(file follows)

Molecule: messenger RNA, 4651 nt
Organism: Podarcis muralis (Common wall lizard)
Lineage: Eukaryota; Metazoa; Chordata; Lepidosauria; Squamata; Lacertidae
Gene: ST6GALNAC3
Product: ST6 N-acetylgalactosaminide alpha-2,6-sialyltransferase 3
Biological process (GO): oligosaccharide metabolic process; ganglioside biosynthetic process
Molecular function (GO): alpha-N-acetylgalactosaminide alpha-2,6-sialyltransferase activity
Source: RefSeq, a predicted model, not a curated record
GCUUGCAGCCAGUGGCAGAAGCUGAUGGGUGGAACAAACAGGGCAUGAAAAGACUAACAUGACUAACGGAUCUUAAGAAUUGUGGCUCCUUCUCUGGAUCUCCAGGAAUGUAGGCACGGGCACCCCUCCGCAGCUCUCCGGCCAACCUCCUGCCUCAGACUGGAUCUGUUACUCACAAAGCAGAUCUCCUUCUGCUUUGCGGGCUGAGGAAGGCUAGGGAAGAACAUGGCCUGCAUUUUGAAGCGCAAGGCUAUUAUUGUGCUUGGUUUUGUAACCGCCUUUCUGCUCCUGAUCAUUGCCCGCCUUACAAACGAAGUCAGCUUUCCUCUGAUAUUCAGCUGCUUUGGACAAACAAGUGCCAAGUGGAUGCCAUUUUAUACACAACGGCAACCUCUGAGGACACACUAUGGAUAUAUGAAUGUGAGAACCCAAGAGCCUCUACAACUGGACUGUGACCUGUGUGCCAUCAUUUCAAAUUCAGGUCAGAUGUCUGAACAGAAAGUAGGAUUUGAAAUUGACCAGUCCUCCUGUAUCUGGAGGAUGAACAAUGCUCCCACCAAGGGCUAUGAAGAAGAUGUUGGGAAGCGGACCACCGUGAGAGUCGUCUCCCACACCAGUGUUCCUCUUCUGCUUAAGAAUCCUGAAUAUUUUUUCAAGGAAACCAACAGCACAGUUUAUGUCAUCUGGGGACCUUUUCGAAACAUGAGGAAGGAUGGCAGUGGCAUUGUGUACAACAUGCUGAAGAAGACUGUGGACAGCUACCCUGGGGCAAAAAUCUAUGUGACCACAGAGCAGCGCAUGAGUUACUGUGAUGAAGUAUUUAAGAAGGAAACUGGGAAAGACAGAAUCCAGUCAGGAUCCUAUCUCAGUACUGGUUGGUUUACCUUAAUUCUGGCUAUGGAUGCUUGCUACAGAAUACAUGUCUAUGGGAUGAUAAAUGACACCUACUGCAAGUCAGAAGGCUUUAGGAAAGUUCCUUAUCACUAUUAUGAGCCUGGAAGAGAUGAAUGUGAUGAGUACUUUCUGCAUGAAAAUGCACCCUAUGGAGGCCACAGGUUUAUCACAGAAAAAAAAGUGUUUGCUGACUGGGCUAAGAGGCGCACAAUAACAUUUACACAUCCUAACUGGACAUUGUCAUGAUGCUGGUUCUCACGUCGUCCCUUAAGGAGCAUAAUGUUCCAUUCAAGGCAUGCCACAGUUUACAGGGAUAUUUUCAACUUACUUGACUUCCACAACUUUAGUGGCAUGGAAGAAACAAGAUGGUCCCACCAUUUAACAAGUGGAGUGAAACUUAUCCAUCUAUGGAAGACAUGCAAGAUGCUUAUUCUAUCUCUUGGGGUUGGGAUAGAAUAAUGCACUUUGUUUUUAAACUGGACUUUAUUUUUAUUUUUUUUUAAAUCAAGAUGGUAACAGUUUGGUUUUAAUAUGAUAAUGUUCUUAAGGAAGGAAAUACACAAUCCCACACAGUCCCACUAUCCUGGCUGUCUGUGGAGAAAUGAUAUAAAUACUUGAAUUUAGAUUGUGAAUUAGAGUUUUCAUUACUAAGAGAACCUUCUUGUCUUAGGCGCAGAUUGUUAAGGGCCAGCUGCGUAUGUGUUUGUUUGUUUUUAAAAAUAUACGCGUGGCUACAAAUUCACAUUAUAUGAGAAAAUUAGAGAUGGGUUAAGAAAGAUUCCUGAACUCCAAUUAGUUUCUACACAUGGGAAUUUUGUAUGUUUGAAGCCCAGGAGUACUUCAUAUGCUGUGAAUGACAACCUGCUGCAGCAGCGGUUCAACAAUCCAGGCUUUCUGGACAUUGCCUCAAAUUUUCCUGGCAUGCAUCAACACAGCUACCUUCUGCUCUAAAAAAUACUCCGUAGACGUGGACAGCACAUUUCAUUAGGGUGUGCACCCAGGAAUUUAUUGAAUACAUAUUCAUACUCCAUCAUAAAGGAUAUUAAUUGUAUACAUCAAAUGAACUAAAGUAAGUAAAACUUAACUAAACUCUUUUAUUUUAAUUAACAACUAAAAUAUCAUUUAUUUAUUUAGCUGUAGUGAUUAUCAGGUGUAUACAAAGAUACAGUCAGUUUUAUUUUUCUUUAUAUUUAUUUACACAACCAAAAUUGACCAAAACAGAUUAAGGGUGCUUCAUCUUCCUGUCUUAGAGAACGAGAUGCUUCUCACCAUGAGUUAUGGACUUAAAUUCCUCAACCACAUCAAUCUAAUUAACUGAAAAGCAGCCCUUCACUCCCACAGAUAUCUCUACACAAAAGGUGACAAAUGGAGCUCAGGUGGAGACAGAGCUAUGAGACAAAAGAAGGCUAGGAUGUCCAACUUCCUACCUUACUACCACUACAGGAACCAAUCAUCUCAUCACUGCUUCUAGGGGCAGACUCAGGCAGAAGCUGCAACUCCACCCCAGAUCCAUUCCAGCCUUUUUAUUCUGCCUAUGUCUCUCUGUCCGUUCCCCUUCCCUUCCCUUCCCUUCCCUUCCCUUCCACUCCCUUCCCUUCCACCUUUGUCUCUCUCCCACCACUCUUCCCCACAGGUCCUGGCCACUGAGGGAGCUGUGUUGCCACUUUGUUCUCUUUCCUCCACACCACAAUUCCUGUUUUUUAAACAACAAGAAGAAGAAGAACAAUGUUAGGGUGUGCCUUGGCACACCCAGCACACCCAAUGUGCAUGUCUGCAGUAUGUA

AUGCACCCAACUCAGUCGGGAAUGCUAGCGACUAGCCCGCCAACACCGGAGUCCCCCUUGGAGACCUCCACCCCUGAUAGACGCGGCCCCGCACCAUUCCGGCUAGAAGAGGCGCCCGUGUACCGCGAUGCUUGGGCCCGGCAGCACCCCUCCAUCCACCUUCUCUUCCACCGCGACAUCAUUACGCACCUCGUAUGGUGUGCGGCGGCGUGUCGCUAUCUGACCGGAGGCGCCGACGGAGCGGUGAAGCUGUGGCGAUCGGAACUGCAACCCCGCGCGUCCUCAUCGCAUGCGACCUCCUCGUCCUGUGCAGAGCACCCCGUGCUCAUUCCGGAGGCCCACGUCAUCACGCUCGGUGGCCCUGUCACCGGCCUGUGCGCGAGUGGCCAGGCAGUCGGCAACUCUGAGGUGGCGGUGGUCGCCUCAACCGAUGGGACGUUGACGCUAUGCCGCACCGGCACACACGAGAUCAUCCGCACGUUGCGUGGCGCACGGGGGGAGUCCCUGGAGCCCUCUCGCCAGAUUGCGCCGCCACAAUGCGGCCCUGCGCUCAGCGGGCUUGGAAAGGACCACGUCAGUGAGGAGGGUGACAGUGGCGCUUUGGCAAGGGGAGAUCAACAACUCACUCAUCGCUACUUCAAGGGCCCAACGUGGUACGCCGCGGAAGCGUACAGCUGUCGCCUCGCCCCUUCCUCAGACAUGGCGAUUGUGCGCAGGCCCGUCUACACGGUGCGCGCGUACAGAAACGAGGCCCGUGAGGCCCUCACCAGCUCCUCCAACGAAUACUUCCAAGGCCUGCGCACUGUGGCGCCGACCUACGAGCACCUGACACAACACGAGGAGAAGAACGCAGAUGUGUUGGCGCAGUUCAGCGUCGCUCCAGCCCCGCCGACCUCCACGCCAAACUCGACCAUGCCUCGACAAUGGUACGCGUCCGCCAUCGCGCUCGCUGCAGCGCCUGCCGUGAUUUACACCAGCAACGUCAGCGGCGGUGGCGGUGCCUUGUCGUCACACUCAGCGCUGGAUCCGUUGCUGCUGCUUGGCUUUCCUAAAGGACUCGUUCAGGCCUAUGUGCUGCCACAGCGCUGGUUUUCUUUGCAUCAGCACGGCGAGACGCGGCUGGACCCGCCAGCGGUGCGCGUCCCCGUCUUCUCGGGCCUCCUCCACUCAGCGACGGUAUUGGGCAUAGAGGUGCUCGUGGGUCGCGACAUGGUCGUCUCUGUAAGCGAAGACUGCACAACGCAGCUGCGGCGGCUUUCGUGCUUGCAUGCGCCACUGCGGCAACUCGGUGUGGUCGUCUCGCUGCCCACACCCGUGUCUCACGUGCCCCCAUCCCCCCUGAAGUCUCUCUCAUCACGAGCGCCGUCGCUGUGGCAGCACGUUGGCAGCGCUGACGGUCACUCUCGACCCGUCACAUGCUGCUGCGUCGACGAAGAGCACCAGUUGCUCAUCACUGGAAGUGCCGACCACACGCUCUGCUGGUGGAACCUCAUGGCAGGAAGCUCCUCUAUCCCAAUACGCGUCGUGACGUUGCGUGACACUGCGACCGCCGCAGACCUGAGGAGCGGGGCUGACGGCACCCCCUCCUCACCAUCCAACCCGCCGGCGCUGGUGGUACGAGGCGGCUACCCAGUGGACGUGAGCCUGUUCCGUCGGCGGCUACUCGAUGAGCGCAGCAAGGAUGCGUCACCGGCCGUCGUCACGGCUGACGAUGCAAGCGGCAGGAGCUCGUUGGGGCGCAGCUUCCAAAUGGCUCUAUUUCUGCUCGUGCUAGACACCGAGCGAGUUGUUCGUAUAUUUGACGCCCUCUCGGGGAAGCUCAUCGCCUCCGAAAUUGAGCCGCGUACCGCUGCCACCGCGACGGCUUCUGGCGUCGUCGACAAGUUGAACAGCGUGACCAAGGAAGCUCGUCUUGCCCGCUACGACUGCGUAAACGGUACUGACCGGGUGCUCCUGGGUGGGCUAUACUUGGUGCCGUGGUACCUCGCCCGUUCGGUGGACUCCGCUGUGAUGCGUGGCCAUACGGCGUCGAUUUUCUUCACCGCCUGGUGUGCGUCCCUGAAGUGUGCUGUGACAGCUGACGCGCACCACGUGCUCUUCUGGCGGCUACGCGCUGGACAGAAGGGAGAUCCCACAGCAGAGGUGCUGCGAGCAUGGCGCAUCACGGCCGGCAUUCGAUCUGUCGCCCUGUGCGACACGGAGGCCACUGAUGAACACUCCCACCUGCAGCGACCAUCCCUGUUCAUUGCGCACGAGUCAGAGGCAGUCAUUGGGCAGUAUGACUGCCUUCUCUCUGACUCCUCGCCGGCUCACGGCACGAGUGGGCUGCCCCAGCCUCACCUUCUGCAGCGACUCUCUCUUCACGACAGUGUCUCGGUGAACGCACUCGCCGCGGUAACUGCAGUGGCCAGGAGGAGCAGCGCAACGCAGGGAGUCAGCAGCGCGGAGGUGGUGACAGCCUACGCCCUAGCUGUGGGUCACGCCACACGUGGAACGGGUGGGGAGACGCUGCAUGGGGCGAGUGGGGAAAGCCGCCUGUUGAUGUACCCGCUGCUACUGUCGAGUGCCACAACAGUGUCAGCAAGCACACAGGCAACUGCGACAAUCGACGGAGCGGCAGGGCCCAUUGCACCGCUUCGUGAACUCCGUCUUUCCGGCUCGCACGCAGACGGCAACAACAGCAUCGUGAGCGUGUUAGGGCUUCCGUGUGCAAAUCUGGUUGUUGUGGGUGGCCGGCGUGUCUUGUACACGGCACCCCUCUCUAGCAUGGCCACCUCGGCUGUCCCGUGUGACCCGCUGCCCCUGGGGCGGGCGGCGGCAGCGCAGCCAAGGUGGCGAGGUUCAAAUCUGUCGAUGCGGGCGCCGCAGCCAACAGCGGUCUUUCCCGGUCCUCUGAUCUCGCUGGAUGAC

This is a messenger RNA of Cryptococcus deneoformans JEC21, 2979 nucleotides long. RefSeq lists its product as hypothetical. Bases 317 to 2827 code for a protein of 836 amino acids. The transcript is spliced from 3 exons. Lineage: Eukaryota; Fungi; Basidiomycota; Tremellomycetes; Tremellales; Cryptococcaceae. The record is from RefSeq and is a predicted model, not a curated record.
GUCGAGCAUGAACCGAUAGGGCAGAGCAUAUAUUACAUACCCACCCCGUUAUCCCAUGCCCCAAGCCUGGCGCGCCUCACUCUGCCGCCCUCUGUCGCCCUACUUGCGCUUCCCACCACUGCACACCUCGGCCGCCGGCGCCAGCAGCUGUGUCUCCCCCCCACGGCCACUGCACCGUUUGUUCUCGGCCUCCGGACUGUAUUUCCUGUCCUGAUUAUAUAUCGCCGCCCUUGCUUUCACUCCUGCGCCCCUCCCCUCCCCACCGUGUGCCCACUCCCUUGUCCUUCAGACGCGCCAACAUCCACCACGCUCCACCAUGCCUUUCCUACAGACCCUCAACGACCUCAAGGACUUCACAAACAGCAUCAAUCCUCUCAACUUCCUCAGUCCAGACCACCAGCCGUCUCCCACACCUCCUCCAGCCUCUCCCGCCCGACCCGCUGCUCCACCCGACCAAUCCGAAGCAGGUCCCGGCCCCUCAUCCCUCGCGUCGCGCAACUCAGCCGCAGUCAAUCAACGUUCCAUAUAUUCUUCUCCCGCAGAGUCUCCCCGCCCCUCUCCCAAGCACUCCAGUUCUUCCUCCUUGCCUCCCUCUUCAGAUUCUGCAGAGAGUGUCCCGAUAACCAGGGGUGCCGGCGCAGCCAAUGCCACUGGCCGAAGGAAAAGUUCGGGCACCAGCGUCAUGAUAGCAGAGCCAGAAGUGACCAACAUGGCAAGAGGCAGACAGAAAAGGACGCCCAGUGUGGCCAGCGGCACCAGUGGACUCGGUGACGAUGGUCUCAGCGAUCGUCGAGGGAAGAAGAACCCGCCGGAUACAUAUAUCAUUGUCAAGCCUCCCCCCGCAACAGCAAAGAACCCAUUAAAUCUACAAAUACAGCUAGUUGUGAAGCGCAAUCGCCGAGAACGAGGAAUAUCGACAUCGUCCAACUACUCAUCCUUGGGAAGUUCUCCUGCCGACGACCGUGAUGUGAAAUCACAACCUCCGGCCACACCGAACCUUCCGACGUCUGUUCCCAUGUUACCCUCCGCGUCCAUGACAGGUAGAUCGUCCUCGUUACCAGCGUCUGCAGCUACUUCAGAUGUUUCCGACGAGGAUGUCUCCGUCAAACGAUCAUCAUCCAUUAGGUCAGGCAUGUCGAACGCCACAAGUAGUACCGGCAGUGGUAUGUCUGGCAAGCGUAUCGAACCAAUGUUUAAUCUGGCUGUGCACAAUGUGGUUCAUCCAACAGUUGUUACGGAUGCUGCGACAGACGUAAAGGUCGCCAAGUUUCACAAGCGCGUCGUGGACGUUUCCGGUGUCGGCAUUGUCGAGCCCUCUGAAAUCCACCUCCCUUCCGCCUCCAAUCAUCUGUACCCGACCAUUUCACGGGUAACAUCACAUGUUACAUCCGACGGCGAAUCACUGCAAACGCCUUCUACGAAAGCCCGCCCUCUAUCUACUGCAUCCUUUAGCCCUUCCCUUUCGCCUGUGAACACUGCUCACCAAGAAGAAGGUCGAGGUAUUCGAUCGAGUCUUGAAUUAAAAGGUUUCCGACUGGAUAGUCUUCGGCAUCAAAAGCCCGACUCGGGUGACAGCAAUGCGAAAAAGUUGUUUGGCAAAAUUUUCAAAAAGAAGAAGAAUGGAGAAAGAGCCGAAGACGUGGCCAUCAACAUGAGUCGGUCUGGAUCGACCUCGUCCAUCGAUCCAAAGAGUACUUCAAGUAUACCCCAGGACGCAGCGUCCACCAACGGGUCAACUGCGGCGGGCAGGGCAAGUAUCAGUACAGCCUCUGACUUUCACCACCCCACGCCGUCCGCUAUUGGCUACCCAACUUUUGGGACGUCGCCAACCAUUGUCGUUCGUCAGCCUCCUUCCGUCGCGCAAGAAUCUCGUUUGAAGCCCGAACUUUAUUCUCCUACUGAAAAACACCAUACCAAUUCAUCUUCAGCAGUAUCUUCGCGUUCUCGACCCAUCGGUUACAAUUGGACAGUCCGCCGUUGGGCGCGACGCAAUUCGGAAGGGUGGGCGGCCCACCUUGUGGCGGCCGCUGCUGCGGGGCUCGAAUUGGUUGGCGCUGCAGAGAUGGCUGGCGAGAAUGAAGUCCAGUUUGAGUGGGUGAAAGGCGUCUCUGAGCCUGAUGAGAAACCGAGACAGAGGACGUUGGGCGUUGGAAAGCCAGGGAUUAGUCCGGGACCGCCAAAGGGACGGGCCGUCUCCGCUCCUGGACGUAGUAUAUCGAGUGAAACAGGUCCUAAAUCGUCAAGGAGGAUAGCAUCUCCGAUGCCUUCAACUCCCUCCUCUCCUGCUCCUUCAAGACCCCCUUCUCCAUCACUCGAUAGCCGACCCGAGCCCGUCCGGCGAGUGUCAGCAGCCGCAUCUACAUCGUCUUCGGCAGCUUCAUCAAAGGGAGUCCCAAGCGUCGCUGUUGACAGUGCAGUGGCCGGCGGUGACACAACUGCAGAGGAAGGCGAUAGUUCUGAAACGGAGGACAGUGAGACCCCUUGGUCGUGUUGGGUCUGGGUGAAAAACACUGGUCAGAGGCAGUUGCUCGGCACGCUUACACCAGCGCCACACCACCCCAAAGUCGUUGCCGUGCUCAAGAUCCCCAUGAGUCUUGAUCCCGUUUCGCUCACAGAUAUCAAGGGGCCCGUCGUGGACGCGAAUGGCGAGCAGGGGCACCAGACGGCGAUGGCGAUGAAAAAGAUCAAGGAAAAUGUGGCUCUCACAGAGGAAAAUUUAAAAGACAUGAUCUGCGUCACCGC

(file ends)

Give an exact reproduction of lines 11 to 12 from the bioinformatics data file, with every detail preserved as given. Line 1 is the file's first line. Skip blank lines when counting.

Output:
This is a messenger RNA of Cryptococcus deneoformans JEC21, 2979 nucleotides long. RefSeq lists its product as hypothetical. Bases 317 to 2827 code for a protein of 836 amino acids. The transcript is spliced from 3 exons. Lineage: Eukaryota; Fungi; Basidiomycota; Tremellomycetes; Tremellales; Cryptococcaceae. The record is from RefSeq and is a predicted model, not a curated record.
GUCGAGCAUGAACCGAUAGGGCAGAGCAUAUAUUACAUACCCACCCCGUUAUCCCAUGCCCCAAGCCUGGCGCGCCUCACUCUGCCGCCCUCUGUCGCCCUACUUGCGCUUCCCACCACUGCACACCUCGGCCGCCGGCGCCAGCAGCUGUGUCUCCCCCCCACGGCCACUGCACCGUUUGUUCUCGGCCUCCGGACUGUAUUUCCUGUCCUGAUUAUAUAUCGCCGCCCUUGCUUUCACUCCUGCGCCCCUCCCCUCCCCACCGUGUGCCCACUCCCUUGUCCUUCAGACGCGCCAACAUCCACCACGCUCCACCAUGCCUUUCCUACAGACCCUCAACGACCUCAAGGACUUCACAAACAGCAUCAAUCCUCUCAACUUCCUCAGUCCAGACCACCAGCCGUCUCCCACACCUCCUCCAGCCUCUCCCGCCCGACCCGCUGCUCCACCCGACCAAUCCGAAGCAGGUCCCGGCCCCUCAUCCCUCGCGUCGCGCAACUCAGCCGCAGUCAAUCAACGUUCCAUAUAUUCUUCUCCCGCAGAGUCUCCCCGCCCCUCUCCCAAGCACUCCAGUUCUUCCUCCUUGCCUCCCUCUUCAGAUUCUGCAGAGAGUGUCCCGAUAACCAGGGGUGCCGGCGCAGCCAAUGCCACUGGCCGAAGGAAAAGUUCGGGCACCAGCGUCAUGAUAGCAGAGCCAGAAGUGACCAACAUGGCAAGAGGCAGACAGAAAAGGACGCCCAGUGUGGCCAGCGGCACCAGUGGACUCGGUGACGAUGGUCUCAGCGAUCGUCGAGGGAAGAAGAACCCGCCGGAUACAUAUAUCAUUGUCAAGCCUCCCCCCGCAACAGCAAAGAACCCAUUAAAUCUACAAAUACAGCUAGUUGUGAAGCGCAAUCGCCGAGAACGAGGAAUAUCGACAUCGUCCAACUACUCAUCCUUGGGAAGUUCUCCUGCCGACGACCGUGAUGUGAAAUCACAACCUCCGGCCACACCGAACCUUCCGACGUCUGUUCCCAUGUUACCCUCCGCGUCCAUGACAGGUAGAUCGUCCUCGUUACCAGCGUCUGCAGCUACUUCAGAUGUUUCCGACGAGGAUGUCUCCGUCAAACGAUCAUCAUCCAUUAGGUCAGGCAUGUCGAACGCCACAAGUAGUACCGGCAGUGGUAUGUCUGGCAAGCGUAUCGAACCAAUGUUUAAUCUGGCUGUGCACAAUGUGGUUCAUCCAACAGUUGUUACGGAUGCUGCGACAGACGUAAAGGUCGCCAAGUUUCACAAGCGCGUCGUGGACGUUUCCGGUGUCGGCAUUGUCGAGCCCUCUGAAAUCCACCUCCCUUCCGCCUCCAAUCAUCUGUACCCGACCAUUUCACGGGUAACAUCACAUGUUACAUCCGACGGCGAAUCACUGCAAACGCCUUCUACGAAAGCCCGCCCUCUAUCUACUGCAUCCUUUAGCCCUUCCCUUUCGCCUGUGAACACUGCUCACCAAGAAGAAGGUCGAGGUAUUCGAUCGAGUCUUGAAUUAAAAGGUUUCCGACUGGAUAGUCUUCGGCAUCAAAAGCCCGACUCGGGUGACAGCAAUGCGAAAAAGUUGUUUGGCAAAAUUUUCAAAAAGAAGAAGAAUGGAGAAAGAGCCGAAGACGUGGCCAUCAACAUGAGUCGGUCUGGAUCGACCUCGUCCAUCGAUCCAAAGAGUACUUCAAGUAUACCCCAGGACGCAGCGUCCACCAACGGGUCAACUGCGGCGGGCAGGGCAAGUAUCAGUACAGCCUCUGACUUUCACCACCCCACGCCGUCCGCUAUUGGCUACCCAACUUUUGGGACGUCGCCAACCAUUGUCGUUCGUCAGCCUCCUUCCGUCGCGCAAGAAUCUCGUUUGAAGCCCGAACUUUAUUCUCCUACUGAAAAACACCAUACCAAUUCAUCUUCAGCAGUAUCUUCGCGUUCUCGACCCAUCGGUUACAAUUGGACAGUCCGCCGUUGGGCGCGACGCAAUUCGGAAGGGUGGGCGGCCCACCUUGUGGCGGCCGCUGCUGCGGGGCUCGAAUUGGUUGGCGCUGCAGAGAUGGCUGGCGAGAAUGAAGUCCAGUUUGAGUGGGUGAAAGGCGUCUCUGAGCCUGAUGAGAAACCGAGACAGAGGACGUUGGGCGUUGGAAAGCCAGGGAUUAGUCCGGGACCGCCAAAGGGACGGGCCGUCUCCGCUCCUGGACGUAGUAUAUCGAGUGAAACAGGUCCUAAAUCGUCAAGGAGGAUAGCAUCUCCGAUGCCUUCAACUCCCUCCUCUCCUGCUCCUUCAAGACCCCCUUCUCCAUCACUCGAUAGCCGACCCGAGCCCGUCCGGCGAGUGUCAGCAGCCGCAUCUACAUCGUCUUCGGCAGCUUCAUCAAAGGGAGUCCCAAGCGUCGCUGUUGACAGUGCAGUGGCCGGCGGUGACACAACUGCAGAGGAAGGCGAUAGUUCUGAAACGGAGGACAGUGAGACCCCUUGGUCGUGUUGGGUCUGGGUGAAAAACACUGGUCAGAGGCAGUUGCUCGGCACGCUUACACCAGCGCCACACCACCCCAAAGUCGUUGCCGUGCUCAAGAUCCCCAUGAGUCUUGAUCCCGUUUCGCUCACAGAUAUCAAGGGGCCCGUCGUGGACGCGAAUGGCGAGCAGGGGCACCAGACGGCGAUGGCGAUGAAAAAGAUCAAGGAAAAUGUGGCUCUCACAGAGGAAAAUUUAAAAGACAUGAUCUGCGUCACCGC